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In Debian, I have installed memcached (using this guide) to lower the otherwise unmanageable load on mysql database. The database is on a separate server, and memcached and Varnish are on the front server. Is it a potential security hole to leave memcached unprotected by a firewall? If so, how should I secure it? The situation is especially worrisome,as I've received (unproved) reports of cookie thefts on the server. Thanks

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1 Answer

up vote 3 down vote accepted

Just block the memcached port in firewall and allow access only from the database server. This should give you some protection. Also you can bring up a SSL tunnel between the mysql and memcached server and make the memcached-mysql data flow through it only.

For the SSL tunnel you can use IPSEC, to set it up you can follow the tutorial at http://wiki.debian.org/IPsec or http://lartc.org/howto/lartc.ipsec.tunnel.html

For blocking the port for all ip's except one you can issue an iptables command like:

iptables -A INPUT -s 2.2.2.2/32 -p tcp --destination-port 11211 -j ALLOW
iptables -A INPUT -s 0.0.0.0/0 -p tcp --destination-port 11211 -j DROP

or:

iptables -A INPUT -s !2.2.2.2/32 -p tcp --destination-port 11211 -j DROP

Also as I understand your webserver and memcached server are on the same machine? If so then it is your webserver that will communicate with memcached rather then the mysql server. It will just either get the data from cache or if it's not present in the cache will get it from the mysql server. In this case it's just enough to bind memcached to localhost so only your webserver can access memcached using php, ruby, python or any other language code, this should as safe as it can be.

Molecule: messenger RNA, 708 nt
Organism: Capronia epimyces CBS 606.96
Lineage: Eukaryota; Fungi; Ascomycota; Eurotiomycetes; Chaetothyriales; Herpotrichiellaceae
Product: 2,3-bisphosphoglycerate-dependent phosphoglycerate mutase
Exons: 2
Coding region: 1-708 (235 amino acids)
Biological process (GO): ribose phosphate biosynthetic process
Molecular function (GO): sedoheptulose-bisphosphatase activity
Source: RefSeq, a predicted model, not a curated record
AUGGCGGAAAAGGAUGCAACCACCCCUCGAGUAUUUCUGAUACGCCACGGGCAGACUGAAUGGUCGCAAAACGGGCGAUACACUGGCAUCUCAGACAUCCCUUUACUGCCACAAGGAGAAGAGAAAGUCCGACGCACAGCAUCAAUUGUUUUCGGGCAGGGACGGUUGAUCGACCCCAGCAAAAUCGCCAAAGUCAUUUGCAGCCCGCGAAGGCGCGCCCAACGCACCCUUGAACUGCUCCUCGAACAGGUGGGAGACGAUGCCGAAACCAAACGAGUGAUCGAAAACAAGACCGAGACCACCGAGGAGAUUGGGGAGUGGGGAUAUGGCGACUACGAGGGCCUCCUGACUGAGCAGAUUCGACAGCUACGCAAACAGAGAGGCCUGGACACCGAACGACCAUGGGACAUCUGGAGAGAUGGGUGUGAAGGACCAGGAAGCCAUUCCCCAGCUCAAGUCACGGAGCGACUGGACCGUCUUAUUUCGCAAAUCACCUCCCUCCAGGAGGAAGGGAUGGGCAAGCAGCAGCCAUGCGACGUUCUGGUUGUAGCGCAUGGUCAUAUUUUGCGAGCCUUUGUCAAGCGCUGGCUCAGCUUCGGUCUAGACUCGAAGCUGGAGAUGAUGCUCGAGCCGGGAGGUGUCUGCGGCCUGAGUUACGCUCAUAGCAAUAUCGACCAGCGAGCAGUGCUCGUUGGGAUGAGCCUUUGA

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Will you please elaborate on how to do these, assuming that my web server's IP is at 1.1.1.1 and database servers' Ip 2.2.2.2? Thanks –  alfish Sep 4 '12 at 21:44
    
I've edited my answer with more info. –  Logic Wreck Sep 4 '12 at 21:57
    
As you notices, memcached is on the webserver, so I think you need to edit the iptables rules accrodingly. –  alfish Sep 4 '12 at 22:00
    
Well - if it's on the webserver then probably there is no need to do that, it's better to just bind it to localhost on the webserver since it will be the webserver which will use it directly and not mysql. This will really be the safest option. –  Logic Wreck Sep 4 '12 at 22:04
    
So, just to clarify, to bind memcached to the localhost. I need to put 127.0.0.1 instead of 2.2.2.2 in the rules above. Correct? –  alfish Sep 4 '12 at 22:05
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